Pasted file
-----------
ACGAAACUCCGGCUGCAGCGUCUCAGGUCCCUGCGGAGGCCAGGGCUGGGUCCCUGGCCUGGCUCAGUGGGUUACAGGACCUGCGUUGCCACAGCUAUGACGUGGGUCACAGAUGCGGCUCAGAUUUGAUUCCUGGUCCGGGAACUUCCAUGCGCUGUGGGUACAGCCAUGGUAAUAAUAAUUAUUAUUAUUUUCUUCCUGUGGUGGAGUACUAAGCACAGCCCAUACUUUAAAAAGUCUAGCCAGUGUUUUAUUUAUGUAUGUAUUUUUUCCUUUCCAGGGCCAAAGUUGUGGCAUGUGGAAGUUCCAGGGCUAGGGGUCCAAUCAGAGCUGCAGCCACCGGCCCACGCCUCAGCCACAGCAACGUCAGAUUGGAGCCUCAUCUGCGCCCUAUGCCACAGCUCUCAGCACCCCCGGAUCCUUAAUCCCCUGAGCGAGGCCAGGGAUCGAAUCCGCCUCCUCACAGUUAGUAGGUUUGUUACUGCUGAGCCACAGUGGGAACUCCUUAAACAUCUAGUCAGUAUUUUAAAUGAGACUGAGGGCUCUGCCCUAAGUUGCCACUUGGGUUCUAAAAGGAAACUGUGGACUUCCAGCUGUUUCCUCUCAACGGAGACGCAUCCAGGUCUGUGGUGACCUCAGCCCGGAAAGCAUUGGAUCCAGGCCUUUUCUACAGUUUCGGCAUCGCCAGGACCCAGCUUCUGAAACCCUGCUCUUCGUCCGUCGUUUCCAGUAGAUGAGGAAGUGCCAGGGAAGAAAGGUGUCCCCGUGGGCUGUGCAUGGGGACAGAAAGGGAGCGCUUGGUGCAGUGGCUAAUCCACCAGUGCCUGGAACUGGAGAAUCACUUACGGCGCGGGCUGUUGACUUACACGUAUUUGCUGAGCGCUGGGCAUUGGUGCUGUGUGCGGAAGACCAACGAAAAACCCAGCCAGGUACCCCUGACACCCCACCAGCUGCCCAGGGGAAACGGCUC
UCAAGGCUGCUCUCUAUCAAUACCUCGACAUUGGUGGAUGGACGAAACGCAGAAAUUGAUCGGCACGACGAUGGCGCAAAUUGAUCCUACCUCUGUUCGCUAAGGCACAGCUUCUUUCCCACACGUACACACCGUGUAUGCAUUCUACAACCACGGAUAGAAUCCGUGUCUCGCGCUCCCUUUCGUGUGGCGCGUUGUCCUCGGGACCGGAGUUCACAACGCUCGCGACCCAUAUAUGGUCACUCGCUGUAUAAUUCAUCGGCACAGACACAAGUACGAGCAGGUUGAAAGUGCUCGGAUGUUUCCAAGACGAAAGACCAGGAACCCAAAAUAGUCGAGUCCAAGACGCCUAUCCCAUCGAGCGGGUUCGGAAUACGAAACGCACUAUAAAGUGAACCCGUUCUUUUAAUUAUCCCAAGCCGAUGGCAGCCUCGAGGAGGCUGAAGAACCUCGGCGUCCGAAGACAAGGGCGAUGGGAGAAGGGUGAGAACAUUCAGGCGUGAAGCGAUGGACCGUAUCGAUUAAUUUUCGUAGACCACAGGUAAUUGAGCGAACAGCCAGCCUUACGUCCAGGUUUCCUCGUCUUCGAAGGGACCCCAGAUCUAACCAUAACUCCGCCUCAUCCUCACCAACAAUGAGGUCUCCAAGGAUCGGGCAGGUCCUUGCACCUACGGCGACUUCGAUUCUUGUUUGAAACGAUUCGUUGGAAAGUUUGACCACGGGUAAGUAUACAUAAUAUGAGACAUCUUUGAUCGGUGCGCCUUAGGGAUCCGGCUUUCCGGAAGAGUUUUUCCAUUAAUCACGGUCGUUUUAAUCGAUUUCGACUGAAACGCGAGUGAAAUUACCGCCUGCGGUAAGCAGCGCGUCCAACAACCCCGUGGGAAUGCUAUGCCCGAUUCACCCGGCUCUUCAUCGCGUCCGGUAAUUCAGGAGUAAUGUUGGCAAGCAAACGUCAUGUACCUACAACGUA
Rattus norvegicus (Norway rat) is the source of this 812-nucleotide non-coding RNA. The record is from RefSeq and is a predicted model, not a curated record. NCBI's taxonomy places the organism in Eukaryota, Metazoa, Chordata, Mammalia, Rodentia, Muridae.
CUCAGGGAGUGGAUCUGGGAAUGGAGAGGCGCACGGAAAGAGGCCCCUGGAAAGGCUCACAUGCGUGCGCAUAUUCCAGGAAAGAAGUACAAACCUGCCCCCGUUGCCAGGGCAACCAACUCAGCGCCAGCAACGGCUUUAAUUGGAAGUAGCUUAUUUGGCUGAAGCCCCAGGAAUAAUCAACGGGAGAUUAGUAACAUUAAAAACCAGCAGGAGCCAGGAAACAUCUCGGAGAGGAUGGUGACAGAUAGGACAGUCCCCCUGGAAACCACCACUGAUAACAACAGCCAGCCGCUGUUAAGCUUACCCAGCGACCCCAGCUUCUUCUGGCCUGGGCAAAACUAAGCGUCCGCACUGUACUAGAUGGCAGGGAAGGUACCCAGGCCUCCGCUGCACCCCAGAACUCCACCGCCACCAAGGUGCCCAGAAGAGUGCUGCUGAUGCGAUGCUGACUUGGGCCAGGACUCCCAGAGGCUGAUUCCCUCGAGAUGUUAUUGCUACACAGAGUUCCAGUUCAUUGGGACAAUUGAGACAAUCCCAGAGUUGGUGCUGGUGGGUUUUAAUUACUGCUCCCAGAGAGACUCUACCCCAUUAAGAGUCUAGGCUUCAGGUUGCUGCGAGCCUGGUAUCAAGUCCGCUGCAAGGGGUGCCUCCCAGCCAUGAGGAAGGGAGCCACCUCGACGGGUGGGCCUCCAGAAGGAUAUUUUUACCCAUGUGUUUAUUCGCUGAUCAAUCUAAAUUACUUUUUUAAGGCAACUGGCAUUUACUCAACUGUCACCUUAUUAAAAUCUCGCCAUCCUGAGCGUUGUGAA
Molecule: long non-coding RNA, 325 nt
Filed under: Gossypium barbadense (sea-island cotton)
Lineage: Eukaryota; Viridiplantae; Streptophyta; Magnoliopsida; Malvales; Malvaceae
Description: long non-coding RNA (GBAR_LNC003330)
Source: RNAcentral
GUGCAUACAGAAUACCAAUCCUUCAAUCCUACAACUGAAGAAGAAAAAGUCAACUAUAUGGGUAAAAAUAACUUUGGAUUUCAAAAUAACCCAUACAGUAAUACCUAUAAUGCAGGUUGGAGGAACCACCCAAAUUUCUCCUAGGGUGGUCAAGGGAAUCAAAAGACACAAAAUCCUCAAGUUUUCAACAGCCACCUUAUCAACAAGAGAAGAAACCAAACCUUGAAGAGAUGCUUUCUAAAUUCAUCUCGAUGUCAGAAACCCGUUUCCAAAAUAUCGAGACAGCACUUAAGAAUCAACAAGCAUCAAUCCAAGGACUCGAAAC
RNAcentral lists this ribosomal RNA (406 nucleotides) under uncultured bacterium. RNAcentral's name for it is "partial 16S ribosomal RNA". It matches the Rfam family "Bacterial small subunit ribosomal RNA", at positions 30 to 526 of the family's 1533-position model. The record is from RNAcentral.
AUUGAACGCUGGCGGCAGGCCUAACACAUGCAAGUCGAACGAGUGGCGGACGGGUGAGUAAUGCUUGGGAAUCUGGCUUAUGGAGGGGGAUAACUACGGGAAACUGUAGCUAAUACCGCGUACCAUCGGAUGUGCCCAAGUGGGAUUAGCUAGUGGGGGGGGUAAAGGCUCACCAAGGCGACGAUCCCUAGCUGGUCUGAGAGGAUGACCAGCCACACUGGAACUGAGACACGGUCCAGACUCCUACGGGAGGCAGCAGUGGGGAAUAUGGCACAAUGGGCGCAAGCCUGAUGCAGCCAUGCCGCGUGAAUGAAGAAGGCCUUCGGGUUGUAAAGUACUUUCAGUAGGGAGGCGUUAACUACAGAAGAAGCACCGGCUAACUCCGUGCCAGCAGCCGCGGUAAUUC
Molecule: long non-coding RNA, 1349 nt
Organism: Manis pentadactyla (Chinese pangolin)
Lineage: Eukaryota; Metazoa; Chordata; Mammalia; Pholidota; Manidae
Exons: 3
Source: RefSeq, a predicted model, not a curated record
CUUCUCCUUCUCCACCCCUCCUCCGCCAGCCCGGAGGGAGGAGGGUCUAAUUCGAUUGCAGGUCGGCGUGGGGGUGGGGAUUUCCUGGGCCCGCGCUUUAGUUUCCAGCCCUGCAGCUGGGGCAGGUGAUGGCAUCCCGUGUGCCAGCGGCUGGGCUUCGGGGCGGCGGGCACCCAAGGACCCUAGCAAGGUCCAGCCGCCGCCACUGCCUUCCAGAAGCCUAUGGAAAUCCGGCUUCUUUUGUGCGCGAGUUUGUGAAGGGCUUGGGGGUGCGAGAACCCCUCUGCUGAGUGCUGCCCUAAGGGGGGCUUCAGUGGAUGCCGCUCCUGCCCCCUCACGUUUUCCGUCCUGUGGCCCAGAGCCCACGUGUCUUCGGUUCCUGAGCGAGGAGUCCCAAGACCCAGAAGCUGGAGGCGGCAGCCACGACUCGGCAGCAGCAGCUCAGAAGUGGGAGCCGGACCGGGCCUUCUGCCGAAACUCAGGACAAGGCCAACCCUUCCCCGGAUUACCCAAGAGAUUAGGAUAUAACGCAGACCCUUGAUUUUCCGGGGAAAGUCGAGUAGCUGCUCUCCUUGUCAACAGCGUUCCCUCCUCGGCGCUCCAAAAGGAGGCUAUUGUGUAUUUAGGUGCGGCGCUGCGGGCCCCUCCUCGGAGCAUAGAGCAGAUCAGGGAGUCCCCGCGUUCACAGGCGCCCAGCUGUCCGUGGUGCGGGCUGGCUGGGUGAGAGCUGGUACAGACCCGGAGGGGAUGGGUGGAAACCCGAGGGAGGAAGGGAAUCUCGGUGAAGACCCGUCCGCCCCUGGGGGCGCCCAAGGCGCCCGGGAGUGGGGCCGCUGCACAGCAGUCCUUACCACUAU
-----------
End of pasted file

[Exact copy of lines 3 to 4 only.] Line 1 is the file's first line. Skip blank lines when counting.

Rattus norvegicus (Norway rat) is the source of this 812-nucleotide non-coding RNA. The record is from RefSeq and is a predicted model, not a curated record. NCBI's taxonomy places the organism in Eukaryota, Metazoa, Chordata, Mammalia, Rodentia, Muridae.
CUCAGGGAGUGGAUCUGGGAAUGGAGAGGCGCACGGAAAGAGGCCCCUGGAAAGGCUCACAUGCGUGCGCAUAUUCCAGGAAAGAAGUACAAACCUGCCCCCGUUGCCAGGGCAACCAACUCAGCGCCAGCAACGGCUUUAAUUGGAAGUAGCUUAUUUGGCUGAAGCCCCAGGAAUAAUCAACGGGAGAUUAGUAACAUUAAAAACCAGCAGGAGCCAGGAAACAUCUCGGAGAGGAUGGUGACAGAUAGGACAGUCCCCCUGGAAACCACCACUGAUAACAACAGCCAGCCGCUGUUAAGCUUACCCAGCGACCCCAGCUUCUUCUGGCCUGGGCAAAACUAAGCGUCCGCACUGUACUAGAUGGCAGGGAAGGUACCCAGGCCUCCGCUGCACCCCAGAACUCCACCGCCACCAAGGUGCCCAGAAGAGUGCUGCUGAUGCGAUGCUGACUUGGGCCAGGACUCCCAGAGGCUGAUUCCCUCGAGAUGUUAUUGCUACACAGAGUUCCAGUUCAUUGGGACAAUUGAGACAAUCCCAGAGUUGGUGCUGGUGGGUUUUAAUUACUGCUCCCAGAGAGACUCUACCCCAUUAAGAGUCUAGGCUUCAGGUUGCUGCGAGCCUGGUAUCAAGUCCGCUGCAAGGGGUGCCUCCCAGCCAUGAGGAAGGGAGCCACCUCGACGGGUGGGCCUCCAGAAGGAUAUUUUUACCCAUGUGUUUAUUCGCUGAUCAAUCUAAAUUACUUUUUUAAGGCAACUGGCAUUUACUCAACUGUCACCUUAUUAAAAUCUCGCCAUCCUGAGCGUUGUGAA